John Caron, SVP of Marketing for Modiv Media, noted when marketing mobile, or for marketing anything for that matter, you must remember, “Reach, relevance and recognition.” When creating or defining the attributes of you product and/or service, be sure to consider those three aspects as part of putting together the message. Listen to what your audience seeks and the unique connection to you or your business. Regardless of the new toys we have available to play with today and into tomorrow, we all have strong emotions and there is a difference in how we all want to be treated, recognized and valued as human beings.
Written by kerisinger
September 21, 2011 at 8:43 pm
Tagged with Audi, Beverly Macy, Chris Mahl, Doug Clark, FutureM, Gravity Summit, Greg Shove, Halogen Media, Harvard Faculty Club, John Caron, Matt Britton, Modiv Media, Mr. Youth, Rick Sanchez, SCVNGR, Teri Johnson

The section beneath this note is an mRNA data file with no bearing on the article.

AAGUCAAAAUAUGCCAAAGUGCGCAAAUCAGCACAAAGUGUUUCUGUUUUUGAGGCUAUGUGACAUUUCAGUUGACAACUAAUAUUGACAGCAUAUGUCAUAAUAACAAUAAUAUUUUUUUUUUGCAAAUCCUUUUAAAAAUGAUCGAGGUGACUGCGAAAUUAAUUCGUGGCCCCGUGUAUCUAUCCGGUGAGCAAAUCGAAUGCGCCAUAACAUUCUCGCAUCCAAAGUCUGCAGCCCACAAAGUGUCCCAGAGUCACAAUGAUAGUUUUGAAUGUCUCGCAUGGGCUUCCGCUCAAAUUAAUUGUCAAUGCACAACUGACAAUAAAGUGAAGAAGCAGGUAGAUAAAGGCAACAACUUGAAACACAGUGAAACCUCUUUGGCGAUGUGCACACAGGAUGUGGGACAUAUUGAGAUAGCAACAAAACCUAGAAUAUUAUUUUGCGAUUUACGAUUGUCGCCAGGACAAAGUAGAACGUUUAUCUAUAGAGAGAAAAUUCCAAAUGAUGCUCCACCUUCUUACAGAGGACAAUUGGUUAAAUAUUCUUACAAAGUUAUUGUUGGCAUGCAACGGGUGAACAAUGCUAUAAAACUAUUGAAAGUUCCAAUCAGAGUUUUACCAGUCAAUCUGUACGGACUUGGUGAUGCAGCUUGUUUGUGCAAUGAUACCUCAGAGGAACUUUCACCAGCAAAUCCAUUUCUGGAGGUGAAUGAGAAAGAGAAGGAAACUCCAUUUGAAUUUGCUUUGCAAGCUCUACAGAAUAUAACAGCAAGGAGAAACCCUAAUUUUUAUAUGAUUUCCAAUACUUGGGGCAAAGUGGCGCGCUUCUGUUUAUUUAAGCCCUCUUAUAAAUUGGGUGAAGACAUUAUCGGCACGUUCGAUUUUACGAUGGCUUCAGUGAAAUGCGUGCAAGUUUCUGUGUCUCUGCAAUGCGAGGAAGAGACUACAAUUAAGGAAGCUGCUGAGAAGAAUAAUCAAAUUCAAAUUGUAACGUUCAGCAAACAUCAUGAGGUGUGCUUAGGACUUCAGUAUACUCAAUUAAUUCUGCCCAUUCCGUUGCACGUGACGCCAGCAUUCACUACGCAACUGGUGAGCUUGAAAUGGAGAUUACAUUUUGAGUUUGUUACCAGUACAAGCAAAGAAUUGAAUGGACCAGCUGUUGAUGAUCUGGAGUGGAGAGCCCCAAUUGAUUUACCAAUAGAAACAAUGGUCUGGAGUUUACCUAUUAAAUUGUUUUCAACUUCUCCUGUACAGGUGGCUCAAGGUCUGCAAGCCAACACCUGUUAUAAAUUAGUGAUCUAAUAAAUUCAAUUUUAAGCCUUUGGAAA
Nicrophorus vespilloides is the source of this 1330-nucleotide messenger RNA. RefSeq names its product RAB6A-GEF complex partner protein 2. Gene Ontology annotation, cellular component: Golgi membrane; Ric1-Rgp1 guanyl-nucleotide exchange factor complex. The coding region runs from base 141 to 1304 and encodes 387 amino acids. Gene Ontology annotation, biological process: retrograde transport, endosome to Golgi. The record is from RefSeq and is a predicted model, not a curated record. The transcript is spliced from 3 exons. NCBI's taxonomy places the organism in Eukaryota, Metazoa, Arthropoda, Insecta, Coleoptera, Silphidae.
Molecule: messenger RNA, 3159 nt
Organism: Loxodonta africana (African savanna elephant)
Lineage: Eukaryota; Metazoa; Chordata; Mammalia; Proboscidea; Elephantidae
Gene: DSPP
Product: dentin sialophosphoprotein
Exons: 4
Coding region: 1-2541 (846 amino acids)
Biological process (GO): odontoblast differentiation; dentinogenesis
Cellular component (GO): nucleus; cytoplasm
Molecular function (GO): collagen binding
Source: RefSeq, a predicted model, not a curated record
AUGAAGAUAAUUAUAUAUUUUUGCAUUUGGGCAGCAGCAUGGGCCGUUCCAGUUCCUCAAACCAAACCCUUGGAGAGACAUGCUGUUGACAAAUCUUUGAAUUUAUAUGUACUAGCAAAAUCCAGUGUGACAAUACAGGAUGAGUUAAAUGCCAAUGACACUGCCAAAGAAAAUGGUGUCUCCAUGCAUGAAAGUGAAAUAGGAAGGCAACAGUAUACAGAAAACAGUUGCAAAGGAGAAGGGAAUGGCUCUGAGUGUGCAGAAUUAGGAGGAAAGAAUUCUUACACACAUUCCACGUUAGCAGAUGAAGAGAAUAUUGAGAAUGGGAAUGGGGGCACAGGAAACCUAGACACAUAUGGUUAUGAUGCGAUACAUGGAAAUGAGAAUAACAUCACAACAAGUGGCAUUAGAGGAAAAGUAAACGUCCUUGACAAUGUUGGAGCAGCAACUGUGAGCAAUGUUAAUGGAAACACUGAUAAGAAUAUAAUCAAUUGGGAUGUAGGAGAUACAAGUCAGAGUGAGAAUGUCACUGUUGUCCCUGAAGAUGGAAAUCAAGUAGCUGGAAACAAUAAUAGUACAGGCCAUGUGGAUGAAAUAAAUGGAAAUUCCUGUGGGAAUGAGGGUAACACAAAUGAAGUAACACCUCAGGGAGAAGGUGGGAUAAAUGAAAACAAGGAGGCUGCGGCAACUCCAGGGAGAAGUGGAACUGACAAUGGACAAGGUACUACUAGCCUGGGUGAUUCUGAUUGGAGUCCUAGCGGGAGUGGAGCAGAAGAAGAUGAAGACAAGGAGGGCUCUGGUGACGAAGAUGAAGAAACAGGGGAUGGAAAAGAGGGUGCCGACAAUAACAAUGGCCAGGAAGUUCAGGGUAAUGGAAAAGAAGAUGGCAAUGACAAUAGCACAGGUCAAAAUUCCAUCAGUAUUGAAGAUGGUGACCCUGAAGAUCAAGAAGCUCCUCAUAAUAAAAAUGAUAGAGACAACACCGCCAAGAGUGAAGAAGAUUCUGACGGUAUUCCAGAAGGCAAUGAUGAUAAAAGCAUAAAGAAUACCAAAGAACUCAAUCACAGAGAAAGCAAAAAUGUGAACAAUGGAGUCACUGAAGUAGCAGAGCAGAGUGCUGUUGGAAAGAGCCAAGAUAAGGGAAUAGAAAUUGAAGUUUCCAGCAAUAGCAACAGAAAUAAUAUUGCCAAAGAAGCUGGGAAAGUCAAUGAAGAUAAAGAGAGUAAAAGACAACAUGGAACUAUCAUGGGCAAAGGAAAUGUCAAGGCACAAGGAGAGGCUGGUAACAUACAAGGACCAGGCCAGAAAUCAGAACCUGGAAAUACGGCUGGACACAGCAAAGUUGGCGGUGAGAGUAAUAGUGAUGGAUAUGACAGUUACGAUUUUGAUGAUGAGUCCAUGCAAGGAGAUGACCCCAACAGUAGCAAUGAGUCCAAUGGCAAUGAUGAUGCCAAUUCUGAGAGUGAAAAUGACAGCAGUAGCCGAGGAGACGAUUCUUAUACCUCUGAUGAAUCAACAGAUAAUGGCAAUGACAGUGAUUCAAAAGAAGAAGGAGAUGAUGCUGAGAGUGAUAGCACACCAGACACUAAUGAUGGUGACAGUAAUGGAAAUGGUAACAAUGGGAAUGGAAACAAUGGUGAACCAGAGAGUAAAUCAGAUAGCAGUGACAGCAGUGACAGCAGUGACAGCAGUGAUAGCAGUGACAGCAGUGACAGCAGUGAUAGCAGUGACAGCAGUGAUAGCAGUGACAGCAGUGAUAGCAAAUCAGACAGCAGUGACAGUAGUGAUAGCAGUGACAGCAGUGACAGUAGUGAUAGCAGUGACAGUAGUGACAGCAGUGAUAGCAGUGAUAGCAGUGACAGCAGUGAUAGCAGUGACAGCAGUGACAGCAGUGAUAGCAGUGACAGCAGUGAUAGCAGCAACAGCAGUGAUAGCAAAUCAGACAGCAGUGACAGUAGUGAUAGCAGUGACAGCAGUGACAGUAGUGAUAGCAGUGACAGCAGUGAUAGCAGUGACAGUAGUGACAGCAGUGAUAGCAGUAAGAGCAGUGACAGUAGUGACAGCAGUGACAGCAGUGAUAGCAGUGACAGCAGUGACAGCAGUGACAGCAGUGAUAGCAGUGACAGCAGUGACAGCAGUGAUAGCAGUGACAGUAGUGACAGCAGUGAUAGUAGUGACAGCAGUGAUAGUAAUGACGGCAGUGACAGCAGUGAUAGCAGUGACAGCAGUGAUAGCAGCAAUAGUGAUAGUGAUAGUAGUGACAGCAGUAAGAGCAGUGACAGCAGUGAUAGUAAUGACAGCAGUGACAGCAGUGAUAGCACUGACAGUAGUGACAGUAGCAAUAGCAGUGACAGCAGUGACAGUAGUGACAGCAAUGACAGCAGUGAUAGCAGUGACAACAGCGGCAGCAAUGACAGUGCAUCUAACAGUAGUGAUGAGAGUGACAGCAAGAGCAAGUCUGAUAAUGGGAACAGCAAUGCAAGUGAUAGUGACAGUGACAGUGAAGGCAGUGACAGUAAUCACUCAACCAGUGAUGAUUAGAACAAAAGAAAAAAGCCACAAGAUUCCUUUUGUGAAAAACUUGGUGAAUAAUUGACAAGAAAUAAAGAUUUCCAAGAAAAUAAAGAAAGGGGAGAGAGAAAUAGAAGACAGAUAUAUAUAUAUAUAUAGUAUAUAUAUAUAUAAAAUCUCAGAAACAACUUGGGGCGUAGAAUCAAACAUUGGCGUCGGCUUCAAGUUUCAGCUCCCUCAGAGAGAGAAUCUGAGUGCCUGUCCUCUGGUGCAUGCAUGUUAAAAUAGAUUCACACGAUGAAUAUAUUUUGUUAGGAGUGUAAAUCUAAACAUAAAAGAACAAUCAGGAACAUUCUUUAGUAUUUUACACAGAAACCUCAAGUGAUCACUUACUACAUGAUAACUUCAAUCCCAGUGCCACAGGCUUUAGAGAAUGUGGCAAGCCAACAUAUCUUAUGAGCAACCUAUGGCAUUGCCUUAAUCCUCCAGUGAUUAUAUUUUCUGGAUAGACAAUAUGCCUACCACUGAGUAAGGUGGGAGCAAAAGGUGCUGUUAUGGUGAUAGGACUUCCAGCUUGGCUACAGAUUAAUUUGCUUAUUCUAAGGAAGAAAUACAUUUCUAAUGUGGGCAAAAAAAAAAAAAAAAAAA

Are Marketer’s @ the Mercy of More Social Media Mediums?
The introduction of Google + has forced Facebook to make some major changes. We will see if both can compete together, or who will eventually rise to the top. It certainly puts pressure on marketers to discover new ways to introduce new content. It’s good to expand one’s knowledge and reach, but not at the expense of the business will suffer or devote resources to the wrong channels. Businesses will be competing for attention of audiences on Facebook and Google+ as they navigate new waters. It’s not about following trends, but finding the RIGHT FIT for you and your audience. It’s about incorporating some fundamental best practices, but at the same time adding the human element to the experience.
“Curse you, Facebook! Just when I think I’ve figured out how to use the features on here, you go and change everything again…arrgghh.” – Comments by Keri Singer’s Facebook Friend
“At least give us the option of having the old feed. I HATE the new layout. Might be moving to Google+.” – Comments by Facebook profile Amanda Lee Brock.